Milagai Podi

Milagai Podi in Tamil means Chilli Powder. It’s a very common spice accompaniment to several south Indian breakfast foods including dosas and idlis. In northern India it is commonly known as “gun powder” because of its spice levels.

Every household in south India has their own version of the powder, a formula arrived at taking into account individual spice and taste preferences. Once made, this powder can be stored for as long as 6 months in an airtight container.

Milagai Podi

1 cup Channa Dal
2 cups Urad Dal/ Split Black Gram
3/4 cup dried Red Chillies (or according to taste, depending on how spicy you’d like it)
10 Curry Leaves
10 cloves Garlic
1 tsp Oil (vegetable oil is fine)
1/2 tbsp Asafoetida
Salt, to taste

In a heated saucepan, roast the lentils for a few minutes. Add the red chillies and curry leaves and continue to roast until the lentils turn golden (about 7-8 minutes). Add the oil and continue stirring and roasting for about 4-5 minutes.

Turn off the heat, but leave the pan on the stove. Add the garlic, asafoetida and salt and do not stir. The heat from the lentils will slowly roast the garlic. Wait until everything has completely cooled down.

Grind to a medium-fine powder in a spice or coffee grinder. Store in an airtight container for up to 6 months.

A typical way to eat it is to add a heaped teaspoon to your plate. Make a well in the center of the powder and drizzle in some oil. With your finger, incorporate the powder into the oil (mix it around). Dip the dosa or idli into the powder and eat!

I make a non-spicy version for my daughter by leaving out the red chillies and adding curry and cilantro leaves. This recipe can be completely personalized – add or subtract ingredients at will! Here are some recipes on my blog that would be great with this powder:
Savory Kozhakattai, Neer Dosa, Pesarat, Akki Roti and Tomato Dosa.

For more from the recipe marathoners check:
DK, Siri, Srivalli, Ranji, PJ, Curry Leaf, Medha, Priya, Bhawna, Raaji, Ruchii, Kamala, Roopa, Divya Kudua, Rekha, Divya, Lakshmi, Raaga, Lakshmi, Sripriya, Viji, Kamalika, Pavani, Karuna and Roochi.


20 Comments Add yours

  1. Raaga says:

    Moong dal in the podi seems new… will try it sometime 🙂


  2. Curry Leaf says:

    Moongdal addition is new to me.Looks good though


  3. lakshmi says:

    my favourite milagai podi is the the karanataka version with copra and jaggery – i love it, my family dislikes it though!


  4. Srivalli says:

    lovely colour…I always love it with idlis!


  5. Sunshinemom says:

    Isn’t this the best! It is so versatile – serves as a spread in bread too:) Thanks for your version. It is always good to know whats cooking in other houses too:). Like you said we have a different version that I have readied but not blogged as yet!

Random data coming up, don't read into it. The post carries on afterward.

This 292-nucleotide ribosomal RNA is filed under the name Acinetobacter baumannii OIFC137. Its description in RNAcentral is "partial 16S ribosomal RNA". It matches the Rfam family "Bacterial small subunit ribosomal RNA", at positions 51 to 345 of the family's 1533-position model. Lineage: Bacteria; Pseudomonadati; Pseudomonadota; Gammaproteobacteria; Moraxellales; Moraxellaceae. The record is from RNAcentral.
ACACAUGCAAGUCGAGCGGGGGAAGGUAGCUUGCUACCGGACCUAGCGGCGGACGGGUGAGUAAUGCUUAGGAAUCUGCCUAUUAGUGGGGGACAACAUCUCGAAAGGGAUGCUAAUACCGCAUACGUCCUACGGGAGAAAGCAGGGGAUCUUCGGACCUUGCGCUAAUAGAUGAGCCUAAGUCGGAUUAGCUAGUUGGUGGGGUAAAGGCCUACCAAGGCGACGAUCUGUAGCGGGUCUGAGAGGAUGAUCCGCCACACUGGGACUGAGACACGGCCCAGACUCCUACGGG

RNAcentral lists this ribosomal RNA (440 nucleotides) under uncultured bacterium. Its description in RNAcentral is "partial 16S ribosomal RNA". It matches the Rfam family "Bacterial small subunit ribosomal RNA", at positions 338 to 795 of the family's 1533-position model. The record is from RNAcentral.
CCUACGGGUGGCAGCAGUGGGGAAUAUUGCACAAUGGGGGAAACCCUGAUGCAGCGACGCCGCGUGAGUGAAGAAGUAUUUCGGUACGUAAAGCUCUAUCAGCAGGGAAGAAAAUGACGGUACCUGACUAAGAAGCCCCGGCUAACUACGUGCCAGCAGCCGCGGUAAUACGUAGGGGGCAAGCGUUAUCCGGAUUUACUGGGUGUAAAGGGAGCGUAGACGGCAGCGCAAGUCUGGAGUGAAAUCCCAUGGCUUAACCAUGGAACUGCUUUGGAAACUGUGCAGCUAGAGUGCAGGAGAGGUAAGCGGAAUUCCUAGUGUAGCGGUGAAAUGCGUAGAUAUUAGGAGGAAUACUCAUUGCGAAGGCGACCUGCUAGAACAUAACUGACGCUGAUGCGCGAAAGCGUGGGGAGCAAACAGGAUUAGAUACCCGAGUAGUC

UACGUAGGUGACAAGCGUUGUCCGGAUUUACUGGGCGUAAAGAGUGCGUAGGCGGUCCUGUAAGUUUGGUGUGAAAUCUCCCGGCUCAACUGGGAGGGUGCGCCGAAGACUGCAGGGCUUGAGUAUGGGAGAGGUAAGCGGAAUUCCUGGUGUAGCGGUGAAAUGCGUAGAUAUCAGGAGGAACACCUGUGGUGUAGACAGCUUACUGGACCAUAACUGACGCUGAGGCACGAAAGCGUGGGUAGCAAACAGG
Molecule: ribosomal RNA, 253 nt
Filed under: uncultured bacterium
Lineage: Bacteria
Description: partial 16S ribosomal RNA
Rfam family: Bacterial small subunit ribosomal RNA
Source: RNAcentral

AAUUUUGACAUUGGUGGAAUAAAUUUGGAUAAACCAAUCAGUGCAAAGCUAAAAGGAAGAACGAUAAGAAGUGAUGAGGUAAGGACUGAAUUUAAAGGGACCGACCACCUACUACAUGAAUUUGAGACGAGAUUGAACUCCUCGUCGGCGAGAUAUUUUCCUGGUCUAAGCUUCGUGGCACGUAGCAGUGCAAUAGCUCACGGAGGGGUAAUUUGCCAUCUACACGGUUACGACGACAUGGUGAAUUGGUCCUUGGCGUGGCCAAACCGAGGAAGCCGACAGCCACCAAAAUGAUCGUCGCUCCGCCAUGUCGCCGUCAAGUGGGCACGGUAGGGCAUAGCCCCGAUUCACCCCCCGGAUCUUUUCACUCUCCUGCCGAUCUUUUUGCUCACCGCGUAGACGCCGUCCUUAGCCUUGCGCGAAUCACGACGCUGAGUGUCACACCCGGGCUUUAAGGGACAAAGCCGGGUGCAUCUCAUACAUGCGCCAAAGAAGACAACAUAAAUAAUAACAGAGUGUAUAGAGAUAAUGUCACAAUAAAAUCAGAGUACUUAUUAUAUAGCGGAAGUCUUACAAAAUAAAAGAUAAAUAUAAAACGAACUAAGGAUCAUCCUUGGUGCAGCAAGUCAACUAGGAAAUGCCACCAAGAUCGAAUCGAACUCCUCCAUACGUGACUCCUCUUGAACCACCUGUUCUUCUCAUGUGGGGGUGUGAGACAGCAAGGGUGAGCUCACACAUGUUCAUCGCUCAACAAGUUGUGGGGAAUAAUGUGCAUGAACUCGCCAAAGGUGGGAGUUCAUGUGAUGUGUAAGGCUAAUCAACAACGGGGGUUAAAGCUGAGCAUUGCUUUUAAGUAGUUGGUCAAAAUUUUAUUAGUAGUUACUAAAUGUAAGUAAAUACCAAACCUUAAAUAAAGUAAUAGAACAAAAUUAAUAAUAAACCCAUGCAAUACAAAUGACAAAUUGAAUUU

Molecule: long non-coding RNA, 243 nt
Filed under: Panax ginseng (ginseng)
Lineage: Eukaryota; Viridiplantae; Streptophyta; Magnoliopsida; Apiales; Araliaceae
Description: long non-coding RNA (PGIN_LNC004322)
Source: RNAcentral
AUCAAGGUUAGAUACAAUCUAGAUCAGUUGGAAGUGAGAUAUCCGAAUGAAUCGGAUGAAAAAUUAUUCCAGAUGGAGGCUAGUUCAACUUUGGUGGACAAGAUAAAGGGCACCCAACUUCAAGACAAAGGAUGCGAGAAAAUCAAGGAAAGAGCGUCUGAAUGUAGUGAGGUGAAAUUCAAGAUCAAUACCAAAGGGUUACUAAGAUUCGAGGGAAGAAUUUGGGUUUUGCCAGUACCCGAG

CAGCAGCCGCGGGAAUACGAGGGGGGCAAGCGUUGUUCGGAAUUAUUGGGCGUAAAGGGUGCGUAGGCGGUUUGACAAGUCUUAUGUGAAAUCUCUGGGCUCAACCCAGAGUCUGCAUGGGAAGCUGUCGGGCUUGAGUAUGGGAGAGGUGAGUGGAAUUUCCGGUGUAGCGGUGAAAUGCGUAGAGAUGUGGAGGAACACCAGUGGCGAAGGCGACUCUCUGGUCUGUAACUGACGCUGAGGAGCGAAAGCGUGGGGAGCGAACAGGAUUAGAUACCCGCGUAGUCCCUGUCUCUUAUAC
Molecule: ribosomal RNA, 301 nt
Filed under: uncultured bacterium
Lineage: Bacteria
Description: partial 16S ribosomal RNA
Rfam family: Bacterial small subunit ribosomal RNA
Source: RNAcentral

6. Holler says:

    That is very interesting! I haven’t come across anthing quite like this before.


  7. Bharti says:

    Thanks! I’ve always wondered what gunpowder is! and I’m still amazed that you can have garlic in this recipe and store it for 6 months.


  8. Madhu says:

    I never made pudi with garlic in it, will try this next time i make some pudis. Great texture, looks good Anu.


  9. Divya Vikram says:

    Did not know it was called gun powder..My grandma always makes this for me.So have never ventured trying this on my own!!


  10. Bhawana says:

    masala powder looks good.


  11. Dragon says:

    Who wouldn’t like some ‘gun powder’ with their breakfast! 🙂


  12. Curry Leaf says:

    A,I hope I did not confuse you.I saw your comment in Aparna’s blog.Let me clarify.I am not sure now that honey is used for gluten development.The recipe I used for bagels,used honey,yeast and little wheat for making homemade gluten,which is then added to the wheat flour and then dough is made.The recipe said wheat being denser,we have to add gluten and so this.So I thght honey is always added for gluten development whenever wheat based breads are made.


  13. G.Pavani says:

    Hi,it looks really yummy n mouthwatering…thx for ur lovely comments


  14. Medhaa says:

    looks really nice


  15. Arundathi says:

    Raaga – Yeah, we kinda changed it around a lot.Curry Leaf – ThanksLakshmi – mmm that sounds delicious – kinda sweet, i guessSrivalli – Yup, so do weSunshinemom – Yeah we use it on pretty much everything at home tooHoller – 🙂 Do try itBharti – Yup – isnt it great – was always surprised that the garlic didn’t get soggy when ground either!Madhu – Thanks.Divya Vikram – Do try it!Bhawana – thanksDragon – Yup – taking it up a notch!Curry Leaf – thanks for clarifying – its really interesting. would be great if it is used for glutenG Pavani – thanksMedhaa – thanks


  16. Vandya says:

    I saw channa daal in the picture. I think you forgot to add that in your recipe.


  17. Arundathi says:

    <>Vandya – Thanks so much for pointing it out. I made a mistake and wrote Moong instead of Channa! 🙂 Corrected it now.


  18. Madhuram says:

    Yay! found it! Going to try it now.


  19. Madhuram says:

    Tried it out and I like it so much Arundathi. I halved the measurement but kept the quantity of garlic the same. It was so good. Thanks for this recipe.


  20. Arundathi says:

    Madhuram – Glad you liked it. Sorry it was so difficult to find. I have to get someone to help my install an index!


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